Nida Butt’s latest theatrical adaptation, The 39 Steps, presents a dreary and drab set, which jars you right at the outset.
After all, Butt solidified a fan following with her previous productions such as Chicago and Grease by putting up larger-than-life musicals with lots of colour, flamboyant characters and razzmatazz. The 39 Steps is thus a clear departure from her usual offering and a giant leap towards experimentation.
The story is inspired by an adventure novel by Scottish writer John Buchan, published in 1915. It was released in 1935 as a thriller film directed by Alfred Hitchcock. Butt’s company, Made for Stage Productions, spoofs the Hitchcock adaptation, relying on a limited cast who work in seamless cohesion. According to her, there were more people working backstage than onstage.
Richard Hannay (played by Faraz Lodhi) lives in London and finds himself in the midst of a typical spy narrative —complete with a mysterious woman with a foreign accent, and a faceless mastermind who can only be recognised by his stump finger. The femme fatale, Annabella Smith (Sanam Saeed), warns Hannay of a group of spies who smuggle sensitive information concerning the British military to its enemies. And so the protagonist is pulled into a quest of not only safeguarding the country’s secret intel but also saving himself from assassins.
Relying on only four actors, Butt gives her cast a tall order. They each play not just one character but take on different roles as the play progresses, Lodhi being the only exception. Saeed, Ali Hashmi and Zeeshan Shah change roles repeatedly, the latter two oscillating between characters even while on stage mid scene.
And then while exchanging roles all three must do so without causing any disruption in the narrative. (This interchange is done in front of the audience through the changing of hats, referencing character changes.) To top it all off, the actors must pull off British and Scottish accents convincingly.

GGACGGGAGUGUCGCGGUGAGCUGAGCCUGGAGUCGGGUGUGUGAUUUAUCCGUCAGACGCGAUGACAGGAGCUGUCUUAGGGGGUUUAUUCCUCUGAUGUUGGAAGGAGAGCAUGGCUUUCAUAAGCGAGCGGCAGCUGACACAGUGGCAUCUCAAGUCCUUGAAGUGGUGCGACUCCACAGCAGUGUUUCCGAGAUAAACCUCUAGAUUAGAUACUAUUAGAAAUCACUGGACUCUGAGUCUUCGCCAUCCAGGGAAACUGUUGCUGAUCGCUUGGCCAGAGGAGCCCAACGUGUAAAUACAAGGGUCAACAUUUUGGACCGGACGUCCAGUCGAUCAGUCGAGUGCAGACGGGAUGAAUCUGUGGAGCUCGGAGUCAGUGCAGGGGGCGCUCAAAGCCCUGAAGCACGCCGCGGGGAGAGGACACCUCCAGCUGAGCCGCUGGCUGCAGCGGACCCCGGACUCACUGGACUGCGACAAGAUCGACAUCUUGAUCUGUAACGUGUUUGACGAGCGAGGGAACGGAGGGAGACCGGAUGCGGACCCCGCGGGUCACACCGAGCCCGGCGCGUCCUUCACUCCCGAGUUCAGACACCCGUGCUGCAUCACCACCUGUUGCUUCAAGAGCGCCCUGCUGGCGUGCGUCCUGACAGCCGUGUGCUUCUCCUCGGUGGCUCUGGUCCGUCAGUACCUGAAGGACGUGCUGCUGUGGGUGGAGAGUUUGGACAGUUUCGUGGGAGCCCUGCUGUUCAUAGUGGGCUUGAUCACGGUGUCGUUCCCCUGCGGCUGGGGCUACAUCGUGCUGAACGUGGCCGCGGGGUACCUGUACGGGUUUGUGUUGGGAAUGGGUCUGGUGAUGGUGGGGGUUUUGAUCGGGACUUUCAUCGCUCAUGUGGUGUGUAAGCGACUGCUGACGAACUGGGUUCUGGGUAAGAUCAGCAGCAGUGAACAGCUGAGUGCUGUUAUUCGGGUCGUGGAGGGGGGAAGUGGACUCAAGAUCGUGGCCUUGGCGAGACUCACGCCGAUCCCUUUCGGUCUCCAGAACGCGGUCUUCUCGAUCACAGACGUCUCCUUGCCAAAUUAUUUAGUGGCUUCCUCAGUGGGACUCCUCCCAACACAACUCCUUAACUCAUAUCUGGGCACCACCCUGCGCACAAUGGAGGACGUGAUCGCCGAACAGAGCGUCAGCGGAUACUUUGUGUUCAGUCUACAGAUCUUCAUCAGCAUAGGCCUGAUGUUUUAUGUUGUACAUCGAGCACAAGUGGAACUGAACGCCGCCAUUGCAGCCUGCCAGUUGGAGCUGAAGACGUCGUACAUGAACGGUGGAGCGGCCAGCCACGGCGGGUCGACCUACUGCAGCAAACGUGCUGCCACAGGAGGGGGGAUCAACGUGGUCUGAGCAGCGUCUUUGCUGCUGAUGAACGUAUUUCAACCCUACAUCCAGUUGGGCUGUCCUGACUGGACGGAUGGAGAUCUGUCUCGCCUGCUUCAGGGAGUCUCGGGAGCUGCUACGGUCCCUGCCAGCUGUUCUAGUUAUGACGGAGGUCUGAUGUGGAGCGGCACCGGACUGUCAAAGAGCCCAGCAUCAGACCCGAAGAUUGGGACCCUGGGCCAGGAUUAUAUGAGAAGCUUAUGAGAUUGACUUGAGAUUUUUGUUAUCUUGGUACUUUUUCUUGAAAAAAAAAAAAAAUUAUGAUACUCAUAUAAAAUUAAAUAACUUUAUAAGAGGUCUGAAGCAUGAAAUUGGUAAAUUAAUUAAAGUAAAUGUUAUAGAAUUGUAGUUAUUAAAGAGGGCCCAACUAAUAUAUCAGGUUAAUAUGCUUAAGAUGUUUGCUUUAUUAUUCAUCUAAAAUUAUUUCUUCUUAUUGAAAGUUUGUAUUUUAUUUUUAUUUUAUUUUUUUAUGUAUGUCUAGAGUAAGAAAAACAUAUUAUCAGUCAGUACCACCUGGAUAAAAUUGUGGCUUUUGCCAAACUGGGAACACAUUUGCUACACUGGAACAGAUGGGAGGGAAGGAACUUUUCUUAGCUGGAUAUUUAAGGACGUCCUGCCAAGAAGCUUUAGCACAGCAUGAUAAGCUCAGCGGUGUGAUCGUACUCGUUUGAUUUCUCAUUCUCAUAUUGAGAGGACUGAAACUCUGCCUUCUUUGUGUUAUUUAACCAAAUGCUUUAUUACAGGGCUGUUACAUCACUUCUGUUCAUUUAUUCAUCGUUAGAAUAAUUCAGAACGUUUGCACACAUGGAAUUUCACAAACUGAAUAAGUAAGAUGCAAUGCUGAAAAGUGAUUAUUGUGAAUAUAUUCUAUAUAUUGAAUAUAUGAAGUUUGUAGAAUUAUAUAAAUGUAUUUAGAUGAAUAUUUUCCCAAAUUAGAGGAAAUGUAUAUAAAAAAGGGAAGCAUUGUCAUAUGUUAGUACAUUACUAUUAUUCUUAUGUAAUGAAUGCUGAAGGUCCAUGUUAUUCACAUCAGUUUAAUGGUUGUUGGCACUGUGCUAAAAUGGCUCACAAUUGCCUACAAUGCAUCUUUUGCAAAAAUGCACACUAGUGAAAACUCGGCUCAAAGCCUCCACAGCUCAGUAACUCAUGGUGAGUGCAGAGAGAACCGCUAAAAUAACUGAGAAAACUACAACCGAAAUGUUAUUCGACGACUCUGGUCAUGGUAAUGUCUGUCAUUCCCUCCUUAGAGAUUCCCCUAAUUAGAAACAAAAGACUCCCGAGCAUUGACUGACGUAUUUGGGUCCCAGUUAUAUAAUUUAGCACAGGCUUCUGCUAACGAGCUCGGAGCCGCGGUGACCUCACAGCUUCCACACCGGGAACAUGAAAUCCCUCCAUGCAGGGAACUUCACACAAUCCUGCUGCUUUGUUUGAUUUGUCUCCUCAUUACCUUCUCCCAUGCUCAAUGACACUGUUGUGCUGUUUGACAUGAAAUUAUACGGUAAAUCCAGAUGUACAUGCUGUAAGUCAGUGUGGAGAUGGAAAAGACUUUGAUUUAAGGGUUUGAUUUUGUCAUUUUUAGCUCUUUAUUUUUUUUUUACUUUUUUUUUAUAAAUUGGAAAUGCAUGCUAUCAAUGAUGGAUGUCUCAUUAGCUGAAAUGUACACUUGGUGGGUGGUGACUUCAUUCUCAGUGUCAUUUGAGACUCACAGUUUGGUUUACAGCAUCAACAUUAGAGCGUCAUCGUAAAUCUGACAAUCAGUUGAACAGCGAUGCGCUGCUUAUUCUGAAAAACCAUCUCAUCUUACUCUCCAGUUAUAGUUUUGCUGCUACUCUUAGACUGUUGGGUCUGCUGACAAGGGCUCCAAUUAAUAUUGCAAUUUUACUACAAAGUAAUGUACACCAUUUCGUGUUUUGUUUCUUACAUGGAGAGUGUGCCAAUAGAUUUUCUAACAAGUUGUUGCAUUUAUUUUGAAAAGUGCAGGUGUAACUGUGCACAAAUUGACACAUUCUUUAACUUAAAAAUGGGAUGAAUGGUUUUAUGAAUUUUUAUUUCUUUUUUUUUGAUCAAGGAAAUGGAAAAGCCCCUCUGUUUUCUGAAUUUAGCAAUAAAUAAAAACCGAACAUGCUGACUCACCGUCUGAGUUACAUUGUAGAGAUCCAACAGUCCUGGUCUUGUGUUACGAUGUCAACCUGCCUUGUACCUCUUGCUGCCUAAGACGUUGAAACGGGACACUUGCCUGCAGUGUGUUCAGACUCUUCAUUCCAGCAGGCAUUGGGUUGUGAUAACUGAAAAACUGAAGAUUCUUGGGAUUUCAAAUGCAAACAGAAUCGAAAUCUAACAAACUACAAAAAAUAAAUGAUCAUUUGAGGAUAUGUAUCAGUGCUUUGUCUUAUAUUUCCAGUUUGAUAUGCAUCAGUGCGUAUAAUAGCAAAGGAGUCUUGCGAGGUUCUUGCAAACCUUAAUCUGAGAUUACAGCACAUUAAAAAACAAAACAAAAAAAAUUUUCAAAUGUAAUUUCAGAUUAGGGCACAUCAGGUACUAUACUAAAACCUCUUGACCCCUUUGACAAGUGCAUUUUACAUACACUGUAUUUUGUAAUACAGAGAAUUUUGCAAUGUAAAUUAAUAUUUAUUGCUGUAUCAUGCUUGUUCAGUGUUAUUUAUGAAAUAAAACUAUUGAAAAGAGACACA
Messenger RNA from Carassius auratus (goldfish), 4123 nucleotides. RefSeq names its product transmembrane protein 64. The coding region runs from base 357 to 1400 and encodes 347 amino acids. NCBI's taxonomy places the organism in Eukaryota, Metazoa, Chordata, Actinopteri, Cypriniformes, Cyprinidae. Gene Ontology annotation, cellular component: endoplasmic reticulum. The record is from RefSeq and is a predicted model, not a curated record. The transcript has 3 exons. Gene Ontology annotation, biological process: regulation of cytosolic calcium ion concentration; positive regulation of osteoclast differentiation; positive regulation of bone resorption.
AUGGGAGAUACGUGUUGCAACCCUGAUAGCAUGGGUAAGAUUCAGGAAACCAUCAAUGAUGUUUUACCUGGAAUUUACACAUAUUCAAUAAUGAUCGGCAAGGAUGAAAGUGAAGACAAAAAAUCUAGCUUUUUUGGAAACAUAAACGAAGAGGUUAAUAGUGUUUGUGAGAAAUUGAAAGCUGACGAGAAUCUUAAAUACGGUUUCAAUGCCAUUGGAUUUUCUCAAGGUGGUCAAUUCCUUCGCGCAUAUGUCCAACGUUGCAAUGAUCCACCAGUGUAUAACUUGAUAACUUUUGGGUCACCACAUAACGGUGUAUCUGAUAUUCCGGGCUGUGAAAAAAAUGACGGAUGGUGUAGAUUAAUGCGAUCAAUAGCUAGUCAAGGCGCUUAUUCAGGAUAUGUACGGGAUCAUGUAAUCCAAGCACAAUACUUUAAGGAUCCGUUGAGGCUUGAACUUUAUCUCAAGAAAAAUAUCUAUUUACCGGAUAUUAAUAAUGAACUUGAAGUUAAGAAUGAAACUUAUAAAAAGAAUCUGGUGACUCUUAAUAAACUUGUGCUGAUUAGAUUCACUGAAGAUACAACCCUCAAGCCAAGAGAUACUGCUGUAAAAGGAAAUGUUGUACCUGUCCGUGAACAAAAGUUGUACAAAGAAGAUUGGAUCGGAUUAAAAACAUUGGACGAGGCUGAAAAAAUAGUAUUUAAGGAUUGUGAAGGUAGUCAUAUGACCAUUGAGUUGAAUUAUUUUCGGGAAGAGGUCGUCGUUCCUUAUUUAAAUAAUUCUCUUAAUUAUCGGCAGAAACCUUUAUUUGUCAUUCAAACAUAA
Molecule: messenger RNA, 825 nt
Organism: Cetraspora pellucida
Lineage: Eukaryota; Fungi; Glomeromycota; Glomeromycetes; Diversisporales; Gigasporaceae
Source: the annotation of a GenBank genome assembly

In the two-hour production, Hashmi and Shah never let their accents slip while performing a multitude of characters. Be it two strangers on a train exchanging innuendo-filled jokes, or be they security officials on the lookout for Hanney or a Scottish couple who run an inn.
Hashmi and Shah are not afforded time for a breather; both impressively switching between roles at the drop of a hat. Sometimes this change is achieved by merely donning a robe mid-conversation with an immediate change in accent and drawl. As the play progresses they become one, making it hard to tell them apart.
Especially commendable is their characterisation as Mr and Mrs McCarrigle who run the inn where Hannay and Pamela (his incidental companion) — also played by Saeed — are forced to take shelter while handcuffed together and on the run.
With non-stop action and hardly a break for the actors or the audience, The 39 Steps could have easily turned into a trainwreck. Butt’s cast and crew eliminate this possibility.
The charismatic Saeed effortlessly slips into different roles, and one is left wanting more of her on stage. Whenever she appears, usually in a new avatar, she commands the attention of all. Lodhi as Hannay, “an all-action hero with a stiff upper lip and a miraculous knack for getting himself out of sticky situations,” makes an otherwise ungallant character likeable.
Butt intelligently uses a simple set to the best of her advantage. The props are minimalist, and this allows them to be reused and adapted whenever necessary. Boxes stacked in the first scene are utilised later on to form a bed for Hannay, while in another they are put together to make a car.
When Hannay is taken to the moors and highlands of Scotland in search for a place called Alt-Na-Shellach, he is shown entering and exiting portable doors, and his gestures and body language represent changes in the tumultuous weather. As if bracing against the biting cold wind, with bodies hunched, heads bent and shivering frames, the actors convincingly convey the weather, merely aided with sound effects sans props. Movement is given a lot of importance in the play, and exaggeratedly depicted as a means to narrate the story.
Similarly, when seated in a makeshift car, every bump on the road, sharp turn or even the screeching breaks are complemented with sound effects and heavily dependent on the actors’ non-verbal cues. Silhouettes and shadows are also used to depict Hannay being chased by aeroplanes and the aerial firing — a scene simple in execution but clever nonetheless.
With non-stop action and hardly a break for the actors or the audience, this theatrical production could have easily turned into a trainwreck. Butt’s cast and crew eliminate this possibility.
The 39 Steps is a loud production, and subtlety is not its priority. The twists and turns may not surprise a spy novel aficionado, and the play has a very predictable and linear trajectory. However, this is used to further the production quality with the focus remaining on visual execution — which is, undoubtedly, outstanding.
Originally published in Dawn, ICON, December 3rd, 2017